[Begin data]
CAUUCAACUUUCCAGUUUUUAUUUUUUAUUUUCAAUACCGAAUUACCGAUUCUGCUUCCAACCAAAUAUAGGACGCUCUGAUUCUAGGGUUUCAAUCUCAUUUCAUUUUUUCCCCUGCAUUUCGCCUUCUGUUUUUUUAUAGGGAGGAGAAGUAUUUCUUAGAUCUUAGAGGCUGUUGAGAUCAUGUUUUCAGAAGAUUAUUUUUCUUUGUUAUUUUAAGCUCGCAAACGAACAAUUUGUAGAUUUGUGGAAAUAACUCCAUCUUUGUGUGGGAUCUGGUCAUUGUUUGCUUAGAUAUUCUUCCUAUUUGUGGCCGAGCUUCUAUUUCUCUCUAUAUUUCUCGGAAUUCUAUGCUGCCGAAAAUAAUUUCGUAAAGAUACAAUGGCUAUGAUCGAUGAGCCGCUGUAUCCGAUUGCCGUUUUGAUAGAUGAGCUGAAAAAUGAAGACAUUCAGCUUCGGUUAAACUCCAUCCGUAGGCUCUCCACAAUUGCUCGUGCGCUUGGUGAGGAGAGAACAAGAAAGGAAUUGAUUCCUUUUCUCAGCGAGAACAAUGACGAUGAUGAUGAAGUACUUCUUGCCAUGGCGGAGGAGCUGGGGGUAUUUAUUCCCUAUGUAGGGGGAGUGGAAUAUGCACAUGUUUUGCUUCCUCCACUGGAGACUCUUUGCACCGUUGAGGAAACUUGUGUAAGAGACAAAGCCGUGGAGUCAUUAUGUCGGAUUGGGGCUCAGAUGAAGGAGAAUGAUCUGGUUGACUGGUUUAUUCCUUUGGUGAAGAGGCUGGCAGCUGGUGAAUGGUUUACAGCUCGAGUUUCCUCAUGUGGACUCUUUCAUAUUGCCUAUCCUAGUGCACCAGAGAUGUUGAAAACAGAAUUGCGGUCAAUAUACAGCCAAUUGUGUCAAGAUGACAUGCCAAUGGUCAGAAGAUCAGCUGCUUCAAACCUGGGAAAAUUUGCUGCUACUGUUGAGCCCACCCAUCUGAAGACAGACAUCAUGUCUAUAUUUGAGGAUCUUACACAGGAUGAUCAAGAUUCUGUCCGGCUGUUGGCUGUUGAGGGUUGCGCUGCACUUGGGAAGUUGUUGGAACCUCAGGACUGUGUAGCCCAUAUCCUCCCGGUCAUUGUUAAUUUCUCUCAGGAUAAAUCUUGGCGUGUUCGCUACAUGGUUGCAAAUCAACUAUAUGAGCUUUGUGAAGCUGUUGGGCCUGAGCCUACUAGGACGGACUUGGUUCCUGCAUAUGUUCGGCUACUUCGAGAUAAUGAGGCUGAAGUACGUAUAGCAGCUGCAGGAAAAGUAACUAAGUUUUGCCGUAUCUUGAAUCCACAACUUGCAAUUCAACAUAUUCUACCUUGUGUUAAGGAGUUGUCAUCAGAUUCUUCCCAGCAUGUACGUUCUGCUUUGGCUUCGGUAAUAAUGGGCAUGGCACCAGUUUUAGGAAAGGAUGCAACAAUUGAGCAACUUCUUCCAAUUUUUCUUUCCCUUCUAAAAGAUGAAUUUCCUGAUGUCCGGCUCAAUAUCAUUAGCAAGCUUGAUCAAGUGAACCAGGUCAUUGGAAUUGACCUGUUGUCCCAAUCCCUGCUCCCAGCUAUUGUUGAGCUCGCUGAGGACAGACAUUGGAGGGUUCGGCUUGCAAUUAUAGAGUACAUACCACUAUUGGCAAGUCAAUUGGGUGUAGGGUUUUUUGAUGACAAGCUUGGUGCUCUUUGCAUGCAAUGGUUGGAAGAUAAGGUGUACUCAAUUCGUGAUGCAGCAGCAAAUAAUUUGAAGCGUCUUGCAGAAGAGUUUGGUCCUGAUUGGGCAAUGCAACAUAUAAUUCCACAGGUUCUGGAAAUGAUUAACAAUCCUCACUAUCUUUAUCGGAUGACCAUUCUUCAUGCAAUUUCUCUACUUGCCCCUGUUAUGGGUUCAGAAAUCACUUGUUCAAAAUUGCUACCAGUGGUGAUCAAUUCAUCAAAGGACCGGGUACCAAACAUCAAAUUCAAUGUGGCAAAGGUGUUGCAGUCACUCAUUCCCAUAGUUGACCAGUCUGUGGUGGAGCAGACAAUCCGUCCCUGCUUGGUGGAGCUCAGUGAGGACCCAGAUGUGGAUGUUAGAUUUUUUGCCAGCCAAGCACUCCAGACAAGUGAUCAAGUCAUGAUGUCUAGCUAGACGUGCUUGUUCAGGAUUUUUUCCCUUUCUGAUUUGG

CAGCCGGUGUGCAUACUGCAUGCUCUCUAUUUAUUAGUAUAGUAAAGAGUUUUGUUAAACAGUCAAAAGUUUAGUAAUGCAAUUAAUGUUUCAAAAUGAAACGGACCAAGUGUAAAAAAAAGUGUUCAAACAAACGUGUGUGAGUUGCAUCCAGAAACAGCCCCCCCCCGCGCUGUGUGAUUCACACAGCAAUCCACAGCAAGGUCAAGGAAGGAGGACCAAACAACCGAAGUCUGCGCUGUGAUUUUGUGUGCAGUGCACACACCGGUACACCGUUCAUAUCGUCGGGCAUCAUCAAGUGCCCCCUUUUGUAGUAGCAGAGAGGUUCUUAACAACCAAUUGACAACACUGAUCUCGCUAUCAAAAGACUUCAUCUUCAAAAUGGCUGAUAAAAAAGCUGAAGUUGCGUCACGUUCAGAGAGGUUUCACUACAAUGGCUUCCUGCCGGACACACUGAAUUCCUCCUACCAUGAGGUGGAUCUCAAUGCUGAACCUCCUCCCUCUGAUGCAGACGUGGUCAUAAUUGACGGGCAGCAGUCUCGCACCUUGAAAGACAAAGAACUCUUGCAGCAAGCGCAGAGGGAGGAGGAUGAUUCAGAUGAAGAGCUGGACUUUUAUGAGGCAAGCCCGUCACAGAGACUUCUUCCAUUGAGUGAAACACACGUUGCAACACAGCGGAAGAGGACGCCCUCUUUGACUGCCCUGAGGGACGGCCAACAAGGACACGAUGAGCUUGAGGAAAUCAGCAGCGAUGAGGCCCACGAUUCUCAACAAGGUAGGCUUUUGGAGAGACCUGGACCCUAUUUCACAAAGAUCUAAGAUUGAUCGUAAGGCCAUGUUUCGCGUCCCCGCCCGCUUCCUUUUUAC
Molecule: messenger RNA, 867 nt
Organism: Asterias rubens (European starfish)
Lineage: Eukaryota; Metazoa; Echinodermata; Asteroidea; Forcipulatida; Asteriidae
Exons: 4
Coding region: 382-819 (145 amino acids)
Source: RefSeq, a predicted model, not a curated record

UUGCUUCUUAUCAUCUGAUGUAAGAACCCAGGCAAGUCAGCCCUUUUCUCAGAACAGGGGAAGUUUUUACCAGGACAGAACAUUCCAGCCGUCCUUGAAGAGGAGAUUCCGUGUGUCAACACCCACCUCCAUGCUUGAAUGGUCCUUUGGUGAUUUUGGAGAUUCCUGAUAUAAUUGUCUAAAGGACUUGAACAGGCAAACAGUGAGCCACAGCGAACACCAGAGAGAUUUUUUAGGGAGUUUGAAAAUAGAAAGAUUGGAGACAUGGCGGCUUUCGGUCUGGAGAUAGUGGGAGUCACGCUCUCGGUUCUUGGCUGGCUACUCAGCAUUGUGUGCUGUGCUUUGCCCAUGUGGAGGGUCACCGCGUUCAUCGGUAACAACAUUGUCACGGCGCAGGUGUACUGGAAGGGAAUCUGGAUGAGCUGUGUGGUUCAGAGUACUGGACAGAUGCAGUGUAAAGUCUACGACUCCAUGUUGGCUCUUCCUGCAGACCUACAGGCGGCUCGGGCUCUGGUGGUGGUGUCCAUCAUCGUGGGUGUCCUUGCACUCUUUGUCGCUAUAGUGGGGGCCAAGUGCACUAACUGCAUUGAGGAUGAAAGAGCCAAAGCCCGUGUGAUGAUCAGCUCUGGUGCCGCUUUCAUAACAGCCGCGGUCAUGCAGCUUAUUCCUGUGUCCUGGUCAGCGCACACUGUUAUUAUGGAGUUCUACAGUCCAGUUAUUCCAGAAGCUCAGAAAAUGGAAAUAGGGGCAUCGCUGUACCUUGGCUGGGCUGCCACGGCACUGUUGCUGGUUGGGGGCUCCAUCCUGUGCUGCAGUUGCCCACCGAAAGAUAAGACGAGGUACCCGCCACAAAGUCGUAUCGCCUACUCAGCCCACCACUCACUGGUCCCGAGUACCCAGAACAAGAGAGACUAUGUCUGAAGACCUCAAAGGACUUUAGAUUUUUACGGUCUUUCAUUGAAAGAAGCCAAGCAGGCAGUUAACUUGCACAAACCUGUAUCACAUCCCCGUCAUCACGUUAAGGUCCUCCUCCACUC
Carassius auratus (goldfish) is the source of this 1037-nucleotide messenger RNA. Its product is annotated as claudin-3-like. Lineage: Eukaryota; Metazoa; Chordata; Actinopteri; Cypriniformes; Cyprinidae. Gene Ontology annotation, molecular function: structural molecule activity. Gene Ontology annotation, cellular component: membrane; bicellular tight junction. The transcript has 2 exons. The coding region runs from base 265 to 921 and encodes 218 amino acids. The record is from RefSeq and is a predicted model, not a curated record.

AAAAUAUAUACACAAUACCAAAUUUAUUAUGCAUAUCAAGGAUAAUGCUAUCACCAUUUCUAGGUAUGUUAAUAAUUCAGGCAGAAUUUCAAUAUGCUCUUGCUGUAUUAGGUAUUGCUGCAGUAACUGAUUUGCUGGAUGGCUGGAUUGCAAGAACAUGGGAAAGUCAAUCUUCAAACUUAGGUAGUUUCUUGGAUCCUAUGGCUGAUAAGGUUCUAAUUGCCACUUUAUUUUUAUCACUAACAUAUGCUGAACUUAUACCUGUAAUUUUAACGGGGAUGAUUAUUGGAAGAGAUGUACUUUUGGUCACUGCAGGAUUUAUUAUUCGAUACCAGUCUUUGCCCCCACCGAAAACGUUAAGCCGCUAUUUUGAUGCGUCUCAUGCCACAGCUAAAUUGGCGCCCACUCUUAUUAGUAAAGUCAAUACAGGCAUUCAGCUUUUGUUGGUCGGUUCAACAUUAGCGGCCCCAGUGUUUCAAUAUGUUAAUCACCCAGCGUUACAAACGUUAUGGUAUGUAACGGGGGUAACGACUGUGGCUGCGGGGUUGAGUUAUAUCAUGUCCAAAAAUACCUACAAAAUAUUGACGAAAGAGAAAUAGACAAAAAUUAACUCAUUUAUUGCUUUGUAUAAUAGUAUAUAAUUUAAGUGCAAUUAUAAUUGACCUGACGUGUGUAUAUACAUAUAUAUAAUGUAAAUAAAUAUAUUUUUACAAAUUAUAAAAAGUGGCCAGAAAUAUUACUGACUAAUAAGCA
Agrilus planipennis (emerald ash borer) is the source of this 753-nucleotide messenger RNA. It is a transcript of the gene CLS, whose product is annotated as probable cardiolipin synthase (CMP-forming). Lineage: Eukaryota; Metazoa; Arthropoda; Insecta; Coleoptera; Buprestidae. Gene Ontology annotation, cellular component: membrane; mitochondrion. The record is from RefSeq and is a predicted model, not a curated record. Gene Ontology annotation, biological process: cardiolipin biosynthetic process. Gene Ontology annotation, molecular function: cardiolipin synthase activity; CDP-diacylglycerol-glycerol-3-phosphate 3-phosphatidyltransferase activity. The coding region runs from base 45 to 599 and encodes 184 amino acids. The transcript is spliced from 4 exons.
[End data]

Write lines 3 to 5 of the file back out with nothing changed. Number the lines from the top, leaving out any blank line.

Molecule: messenger RNA, 867 nt
Organism: Asterias rubens (European starfish)
Lineage: Eukaryota; Metazoa; Echinodermata; Asteroidea; Forcipulatida; Asteriidae